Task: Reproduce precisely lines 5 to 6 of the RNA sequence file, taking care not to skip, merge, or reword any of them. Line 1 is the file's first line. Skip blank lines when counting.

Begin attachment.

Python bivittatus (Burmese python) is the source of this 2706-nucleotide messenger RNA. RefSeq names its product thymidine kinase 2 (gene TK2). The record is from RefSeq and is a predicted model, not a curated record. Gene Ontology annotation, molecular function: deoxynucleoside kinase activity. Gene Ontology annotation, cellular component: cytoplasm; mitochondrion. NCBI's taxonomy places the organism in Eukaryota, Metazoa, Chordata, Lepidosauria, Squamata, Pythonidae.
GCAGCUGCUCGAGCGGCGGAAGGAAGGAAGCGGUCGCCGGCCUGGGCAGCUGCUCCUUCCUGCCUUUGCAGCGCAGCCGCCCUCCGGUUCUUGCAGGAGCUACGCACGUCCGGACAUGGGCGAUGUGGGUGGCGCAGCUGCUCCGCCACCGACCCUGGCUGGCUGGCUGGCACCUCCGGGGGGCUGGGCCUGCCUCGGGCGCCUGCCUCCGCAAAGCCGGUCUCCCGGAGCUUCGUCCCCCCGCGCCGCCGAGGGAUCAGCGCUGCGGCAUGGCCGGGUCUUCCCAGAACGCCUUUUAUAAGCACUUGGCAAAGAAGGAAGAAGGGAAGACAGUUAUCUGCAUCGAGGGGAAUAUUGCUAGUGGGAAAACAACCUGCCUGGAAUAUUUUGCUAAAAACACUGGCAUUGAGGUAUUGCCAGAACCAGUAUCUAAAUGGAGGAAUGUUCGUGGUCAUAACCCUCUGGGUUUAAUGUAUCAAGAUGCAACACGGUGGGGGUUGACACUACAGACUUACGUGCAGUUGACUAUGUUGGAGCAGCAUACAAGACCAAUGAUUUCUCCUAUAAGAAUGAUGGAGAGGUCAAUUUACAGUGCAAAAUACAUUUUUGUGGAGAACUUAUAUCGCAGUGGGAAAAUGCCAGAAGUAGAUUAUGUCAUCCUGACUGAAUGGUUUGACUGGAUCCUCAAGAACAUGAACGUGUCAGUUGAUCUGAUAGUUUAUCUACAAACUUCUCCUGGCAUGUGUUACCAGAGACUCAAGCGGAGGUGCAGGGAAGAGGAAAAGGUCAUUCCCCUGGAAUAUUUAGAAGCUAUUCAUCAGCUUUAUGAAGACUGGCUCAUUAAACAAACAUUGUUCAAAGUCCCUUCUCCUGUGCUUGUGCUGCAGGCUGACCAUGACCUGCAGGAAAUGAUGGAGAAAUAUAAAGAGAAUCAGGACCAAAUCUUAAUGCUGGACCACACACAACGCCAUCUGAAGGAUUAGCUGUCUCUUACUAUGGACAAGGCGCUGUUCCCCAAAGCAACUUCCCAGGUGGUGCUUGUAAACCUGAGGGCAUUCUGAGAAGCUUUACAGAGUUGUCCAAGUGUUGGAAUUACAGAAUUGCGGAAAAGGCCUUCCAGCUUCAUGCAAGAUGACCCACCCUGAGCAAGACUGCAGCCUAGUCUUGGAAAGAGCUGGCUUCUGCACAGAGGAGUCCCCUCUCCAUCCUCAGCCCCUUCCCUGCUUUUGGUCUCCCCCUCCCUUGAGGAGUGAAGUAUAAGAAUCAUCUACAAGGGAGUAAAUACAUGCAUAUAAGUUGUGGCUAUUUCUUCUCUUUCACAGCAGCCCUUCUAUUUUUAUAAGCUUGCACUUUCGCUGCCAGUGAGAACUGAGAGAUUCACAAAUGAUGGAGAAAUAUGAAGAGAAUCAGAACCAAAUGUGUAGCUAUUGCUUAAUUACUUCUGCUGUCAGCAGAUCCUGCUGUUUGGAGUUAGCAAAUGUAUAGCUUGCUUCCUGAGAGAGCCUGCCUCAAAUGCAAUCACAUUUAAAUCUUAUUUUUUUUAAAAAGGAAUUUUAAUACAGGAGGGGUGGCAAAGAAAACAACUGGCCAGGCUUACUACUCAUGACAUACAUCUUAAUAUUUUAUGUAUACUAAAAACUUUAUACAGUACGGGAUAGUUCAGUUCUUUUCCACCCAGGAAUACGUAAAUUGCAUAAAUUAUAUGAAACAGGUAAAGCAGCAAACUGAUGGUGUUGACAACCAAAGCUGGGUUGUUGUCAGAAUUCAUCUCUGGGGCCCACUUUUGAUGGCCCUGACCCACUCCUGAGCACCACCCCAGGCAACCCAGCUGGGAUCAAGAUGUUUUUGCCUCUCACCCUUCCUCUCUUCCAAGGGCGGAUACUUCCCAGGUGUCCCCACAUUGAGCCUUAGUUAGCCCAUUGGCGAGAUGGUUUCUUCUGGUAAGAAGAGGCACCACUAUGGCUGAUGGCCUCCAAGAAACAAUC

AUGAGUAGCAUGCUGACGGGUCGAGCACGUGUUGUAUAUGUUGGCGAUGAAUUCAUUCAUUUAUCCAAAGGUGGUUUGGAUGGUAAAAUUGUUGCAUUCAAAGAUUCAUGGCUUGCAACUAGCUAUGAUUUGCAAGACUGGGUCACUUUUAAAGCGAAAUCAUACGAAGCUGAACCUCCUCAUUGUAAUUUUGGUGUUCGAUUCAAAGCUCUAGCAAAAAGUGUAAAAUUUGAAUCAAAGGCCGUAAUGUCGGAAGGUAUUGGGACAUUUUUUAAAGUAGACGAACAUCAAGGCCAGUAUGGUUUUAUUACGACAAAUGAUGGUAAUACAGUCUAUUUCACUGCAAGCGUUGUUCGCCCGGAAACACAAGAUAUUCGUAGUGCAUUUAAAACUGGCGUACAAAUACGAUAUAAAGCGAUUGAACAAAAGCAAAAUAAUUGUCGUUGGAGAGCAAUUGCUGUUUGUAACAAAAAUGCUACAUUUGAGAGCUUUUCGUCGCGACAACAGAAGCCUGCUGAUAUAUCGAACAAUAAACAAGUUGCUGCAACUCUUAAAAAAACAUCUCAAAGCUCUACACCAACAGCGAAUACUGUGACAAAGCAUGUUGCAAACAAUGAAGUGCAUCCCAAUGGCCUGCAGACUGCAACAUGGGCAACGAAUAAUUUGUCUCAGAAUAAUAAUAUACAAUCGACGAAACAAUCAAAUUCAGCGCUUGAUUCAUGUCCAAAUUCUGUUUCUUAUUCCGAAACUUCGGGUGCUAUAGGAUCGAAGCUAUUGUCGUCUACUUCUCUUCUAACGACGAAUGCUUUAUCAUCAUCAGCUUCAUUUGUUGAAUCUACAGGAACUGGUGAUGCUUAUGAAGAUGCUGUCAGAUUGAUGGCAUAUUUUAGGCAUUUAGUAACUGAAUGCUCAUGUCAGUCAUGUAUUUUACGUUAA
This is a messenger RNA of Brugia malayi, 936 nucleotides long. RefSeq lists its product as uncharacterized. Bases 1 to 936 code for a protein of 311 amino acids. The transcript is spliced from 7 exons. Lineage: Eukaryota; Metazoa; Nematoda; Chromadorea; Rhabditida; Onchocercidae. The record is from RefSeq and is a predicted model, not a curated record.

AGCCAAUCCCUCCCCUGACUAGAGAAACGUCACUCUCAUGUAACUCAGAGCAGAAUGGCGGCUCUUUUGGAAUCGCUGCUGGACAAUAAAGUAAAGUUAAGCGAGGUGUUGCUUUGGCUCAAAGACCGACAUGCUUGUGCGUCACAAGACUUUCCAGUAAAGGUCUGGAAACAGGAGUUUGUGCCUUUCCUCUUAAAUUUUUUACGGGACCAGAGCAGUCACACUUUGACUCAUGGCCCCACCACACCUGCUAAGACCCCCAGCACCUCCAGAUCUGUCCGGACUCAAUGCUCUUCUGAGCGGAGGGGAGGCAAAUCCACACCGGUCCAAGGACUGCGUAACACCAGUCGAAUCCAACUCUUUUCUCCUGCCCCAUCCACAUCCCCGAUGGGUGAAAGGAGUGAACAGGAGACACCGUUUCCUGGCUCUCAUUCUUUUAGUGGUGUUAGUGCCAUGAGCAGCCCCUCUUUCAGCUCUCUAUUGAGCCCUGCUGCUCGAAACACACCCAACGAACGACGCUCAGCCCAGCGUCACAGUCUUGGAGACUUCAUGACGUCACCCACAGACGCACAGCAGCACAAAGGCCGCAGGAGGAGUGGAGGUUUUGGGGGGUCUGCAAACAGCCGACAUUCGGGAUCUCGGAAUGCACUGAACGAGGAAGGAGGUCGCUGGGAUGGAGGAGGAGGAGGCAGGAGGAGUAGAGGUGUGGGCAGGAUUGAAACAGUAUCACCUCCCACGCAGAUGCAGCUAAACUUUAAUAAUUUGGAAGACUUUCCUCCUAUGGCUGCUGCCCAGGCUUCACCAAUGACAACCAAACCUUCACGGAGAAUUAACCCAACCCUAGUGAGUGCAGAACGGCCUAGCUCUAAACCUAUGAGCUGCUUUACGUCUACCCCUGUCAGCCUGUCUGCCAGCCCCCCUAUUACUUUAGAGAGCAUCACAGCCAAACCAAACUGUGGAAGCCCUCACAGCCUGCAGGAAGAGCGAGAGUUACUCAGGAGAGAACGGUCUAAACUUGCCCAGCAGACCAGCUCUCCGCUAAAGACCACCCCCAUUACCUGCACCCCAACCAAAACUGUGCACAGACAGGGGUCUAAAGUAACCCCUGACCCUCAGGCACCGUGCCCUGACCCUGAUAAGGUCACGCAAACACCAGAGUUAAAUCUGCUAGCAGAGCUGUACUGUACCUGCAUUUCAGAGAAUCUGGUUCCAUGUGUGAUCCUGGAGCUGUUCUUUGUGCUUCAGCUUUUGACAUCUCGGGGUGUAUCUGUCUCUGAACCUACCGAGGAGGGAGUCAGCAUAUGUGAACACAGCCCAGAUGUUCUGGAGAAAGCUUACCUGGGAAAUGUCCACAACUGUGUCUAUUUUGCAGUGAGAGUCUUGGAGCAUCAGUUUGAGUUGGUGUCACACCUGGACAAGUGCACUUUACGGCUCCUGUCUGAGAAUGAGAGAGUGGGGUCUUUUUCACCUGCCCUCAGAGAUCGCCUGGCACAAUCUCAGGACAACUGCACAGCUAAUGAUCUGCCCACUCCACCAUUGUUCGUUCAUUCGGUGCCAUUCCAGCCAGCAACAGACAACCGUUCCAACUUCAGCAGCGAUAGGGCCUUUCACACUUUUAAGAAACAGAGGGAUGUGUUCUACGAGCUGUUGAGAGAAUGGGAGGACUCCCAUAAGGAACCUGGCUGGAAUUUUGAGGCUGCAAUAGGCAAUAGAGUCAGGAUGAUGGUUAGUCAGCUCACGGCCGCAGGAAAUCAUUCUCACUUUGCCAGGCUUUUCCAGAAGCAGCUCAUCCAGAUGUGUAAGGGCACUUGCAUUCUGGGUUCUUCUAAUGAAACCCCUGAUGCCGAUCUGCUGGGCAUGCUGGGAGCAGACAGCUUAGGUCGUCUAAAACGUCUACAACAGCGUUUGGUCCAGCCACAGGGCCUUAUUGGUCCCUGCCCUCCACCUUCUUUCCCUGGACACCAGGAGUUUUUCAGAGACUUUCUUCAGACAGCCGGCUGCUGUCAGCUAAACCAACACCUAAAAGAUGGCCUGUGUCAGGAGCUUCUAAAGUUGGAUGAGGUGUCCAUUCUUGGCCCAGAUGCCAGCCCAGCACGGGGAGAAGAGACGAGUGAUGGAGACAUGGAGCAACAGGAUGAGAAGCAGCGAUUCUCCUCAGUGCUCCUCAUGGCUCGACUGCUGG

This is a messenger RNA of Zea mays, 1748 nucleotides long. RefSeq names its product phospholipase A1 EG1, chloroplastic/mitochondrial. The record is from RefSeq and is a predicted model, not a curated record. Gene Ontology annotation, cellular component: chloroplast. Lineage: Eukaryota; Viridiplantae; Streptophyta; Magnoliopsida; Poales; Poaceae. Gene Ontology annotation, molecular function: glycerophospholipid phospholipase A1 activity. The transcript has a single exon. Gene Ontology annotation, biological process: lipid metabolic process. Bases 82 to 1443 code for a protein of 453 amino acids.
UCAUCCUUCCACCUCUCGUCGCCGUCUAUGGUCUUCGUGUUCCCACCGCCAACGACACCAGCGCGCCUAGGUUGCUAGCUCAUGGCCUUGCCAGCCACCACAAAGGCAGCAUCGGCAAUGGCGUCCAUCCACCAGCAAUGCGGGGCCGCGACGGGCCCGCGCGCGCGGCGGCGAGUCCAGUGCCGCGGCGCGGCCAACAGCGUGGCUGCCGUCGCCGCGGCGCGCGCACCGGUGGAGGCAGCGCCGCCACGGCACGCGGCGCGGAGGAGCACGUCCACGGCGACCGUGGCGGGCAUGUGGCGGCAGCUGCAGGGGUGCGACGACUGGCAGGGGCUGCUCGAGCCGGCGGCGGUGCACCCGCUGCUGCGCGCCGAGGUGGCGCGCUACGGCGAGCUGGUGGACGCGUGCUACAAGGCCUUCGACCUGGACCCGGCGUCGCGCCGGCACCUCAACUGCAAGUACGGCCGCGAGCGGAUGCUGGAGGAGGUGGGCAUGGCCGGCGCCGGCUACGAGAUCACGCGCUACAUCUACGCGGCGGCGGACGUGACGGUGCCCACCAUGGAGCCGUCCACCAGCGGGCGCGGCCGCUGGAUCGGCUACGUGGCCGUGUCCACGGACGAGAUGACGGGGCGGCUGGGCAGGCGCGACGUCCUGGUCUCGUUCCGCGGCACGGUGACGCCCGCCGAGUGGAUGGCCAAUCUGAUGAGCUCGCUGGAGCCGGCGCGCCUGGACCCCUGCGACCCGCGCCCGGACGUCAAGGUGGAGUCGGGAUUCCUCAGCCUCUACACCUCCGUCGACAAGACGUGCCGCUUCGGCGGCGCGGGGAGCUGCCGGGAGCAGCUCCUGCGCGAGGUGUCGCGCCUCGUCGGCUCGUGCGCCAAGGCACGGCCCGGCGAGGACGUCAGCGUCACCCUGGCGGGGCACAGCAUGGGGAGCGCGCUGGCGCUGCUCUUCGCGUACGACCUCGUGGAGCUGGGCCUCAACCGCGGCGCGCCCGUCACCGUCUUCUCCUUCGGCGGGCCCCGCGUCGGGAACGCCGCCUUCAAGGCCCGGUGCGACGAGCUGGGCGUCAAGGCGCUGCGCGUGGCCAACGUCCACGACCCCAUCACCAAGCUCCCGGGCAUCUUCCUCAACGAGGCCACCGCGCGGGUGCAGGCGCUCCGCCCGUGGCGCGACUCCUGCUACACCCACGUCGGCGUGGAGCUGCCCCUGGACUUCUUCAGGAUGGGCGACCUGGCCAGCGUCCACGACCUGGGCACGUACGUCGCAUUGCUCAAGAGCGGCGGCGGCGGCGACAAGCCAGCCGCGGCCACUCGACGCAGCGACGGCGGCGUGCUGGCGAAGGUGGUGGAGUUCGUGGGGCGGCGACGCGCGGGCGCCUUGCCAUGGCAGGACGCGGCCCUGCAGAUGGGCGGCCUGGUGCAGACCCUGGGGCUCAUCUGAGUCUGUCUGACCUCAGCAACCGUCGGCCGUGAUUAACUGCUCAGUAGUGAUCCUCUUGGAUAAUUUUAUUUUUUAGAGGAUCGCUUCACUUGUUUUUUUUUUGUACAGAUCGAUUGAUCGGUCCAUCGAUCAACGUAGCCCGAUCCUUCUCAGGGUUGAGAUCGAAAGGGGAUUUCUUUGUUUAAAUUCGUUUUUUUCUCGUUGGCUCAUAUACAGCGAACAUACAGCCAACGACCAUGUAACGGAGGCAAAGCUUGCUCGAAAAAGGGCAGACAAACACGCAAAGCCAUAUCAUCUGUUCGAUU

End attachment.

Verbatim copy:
AGCCAAUCCCUCCCCUGACUAGAGAAACGUCACUCUCAUGUAACUCAGAGCAGAAUGGCGGCUCUUUUGGAAUCGCUGCUGGACAAUAAAGUAAAGUUAAGCGAGGUGUUGCUUUGGCUCAAAGACCGACAUGCUUGUGCGUCACAAGACUUUCCAGUAAAGGUCUGGAAACAGGAGUUUGUGCCUUUCCUCUUAAAUUUUUUACGGGACCAGAGCAGUCACACUUUGACUCAUGGCCCCACCACACCUGCUAAGACCCCCAGCACCUCCAGAUCUGUCCGGACUCAAUGCUCUUCUGAGCGGAGGGGAGGCAAAUCCACACCGGUCCAAGGACUGCGUAACACCAGUCGAAUCCAACUCUUUUCUCCUGCCCCAUCCACAUCCCCGAUGGGUGAAAGGAGUGAACAGGAGACACCGUUUCCUGGCUCUCAUUCUUUUAGUGGUGUUAGUGCCAUGAGCAGCCCCUCUUUCAGCUCUCUAUUGAGCCCUGCUGCUCGAAACACACCCAACGAACGACGCUCAGCCCAGCGUCACAGUCUUGGAGACUUCAUGACGUCACCCACAGACGCACAGCAGCACAAAGGCCGCAGGAGGAGUGGAGGUUUUGGGGGGUCUGCAAACAGCCGACAUUCGGGAUCUCGGAAUGCACUGAACGAGGAAGGAGGUCGCUGGGAUGGAGGAGGAGGAGGCAGGAGGAGUAGAGGUGUGGGCAGGAUUGAAACAGUAUCACCUCCCACGCAGAUGCAGCUAAACUUUAAUAAUUUGGAAGACUUUCCUCCUAUGGCUGCUGCCCAGGCUUCACCAAUGACAACCAAACCUUCACGGAGAAUUAACCCAACCCUAGUGAGUGCAGAACGGCCUAGCUCUAAACCUAUGAGCUGCUUUACGUCUACCCCUGUCAGCCUGUCUGCCAGCCCCCCUAUUACUUUAGAGAGCAUCACAGCCAAACCAAACUGUGGAAGCCCUCACAGCCUGCAGGAAGAGCGAGAGUUACUCAGGAGAGAACGGUCUAAACUUGCCCAGCAGACCAGCUCUCCGCUAAAGACCACCCCCAUUACCUGCACCCCAACCAAAACUGUGCACAGACAGGGGUCUAAAGUAACCCCUGACCCUCAGGCACCGUGCCCUGACCCUGAUAAGGUCACGCAAACACCAGAGUUAAAUCUGCUAGCAGAGCUGUACUGUACCUGCAUUUCAGAGAAUCUGGUUCCAUGUGUGAUCCUGGAGCUGUUCUUUGUGCUUCAGCUUUUGACAUCUCGGGGUGUAUCUGUCUCUGAACCUACCGAGGAGGGAGUCAGCAUAUGUGAACACAGCCCAGAUGUUCUGGAGAAAGCUUACCUGGGAAAUGUCCACAACUGUGUCUAUUUUGCAGUGAGAGUCUUGGAGCAUCAGUUUGAGUUGGUGUCACACCUGGACAAGUGCACUUUACGGCUCCUGUCUGAGAAUGAGAGAGUGGGGUCUUUUUCACCUGCCCUCAGAGAUCGCCUGGCACAAUCUCAGGACAACUGCACAGCUAAUGAUCUGCCCACUCCACCAUUGUUCGUUCAUUCGGUGCCAUUCCAGCCAGCAACAGACAACCGUUCCAACUUCAGCAGCGAUAGGGCCUUUCACACUUUUAAGAAACAGAGGGAUGUGUUCUACGAGCUGUUGAGAGAAUGGGAGGACUCCCAUAAGGAACCUGGCUGGAAUUUUGAGGCUGCAAUAGGCAAUAGAGUCAGGAUGAUGGUUAGUCAGCUCACGGCCGCAGGAAAUCAUUCUCACUUUGCCAGGCUUUUCCAGAAGCAGCUCAUCCAGAUGUGUAAGGGCACUUGCAUUCUGGGUUCUUCUAAUGAAACCCCUGAUGCCGAUCUGCUGGGCAUGCUGGGAGCAGACAGCUUAGGUCGUCUAAAACGUCUACAACAGCGUUUGGUCCAGCCACAGGGCCUUAUUGGUCCCUGCCCUCCACCUUCUUUCCCUGGACACCAGGAGUUUUUCAGAGACUUUCUUCAGACAGCCGGCUGCUGUCAGCUAAACCAACACCUAAAAGAUGGCCUGUGUCAGGAGCUUCUAAAGUUGGAUGAGGUGUCCAUUCUUGGCCCAGAUGCCAGCCCAGCACGGGGAGAAGAGACGAGUGAUGGAGACAUGGAGCAACAGGAUGAGAAGCAGCGAUUCUCCUCAGUGCUCCUCAUGGCUCGACUGCUGG

This is a messenger RNA of Zea mays, 1748 nucleotides long. RefSeq names its product phospholipase A1 EG1, chloroplastic/mitochondrial. The record is from RefSeq and is a predicted model, not a curated record. Gene Ontology annotation, cellular component: chloroplast. Lineage: Eukaryota; Viridiplantae; Streptophyta; Magnoliopsida; Poales; Poaceae. Gene Ontology annotation, molecular function: glycerophospholipid phospholipase A1 activity. The transcript has a single exon. Gene Ontology annotation, biological process: lipid metabolic process. Bases 82 to 1443 code for a protein of 453 amino acids.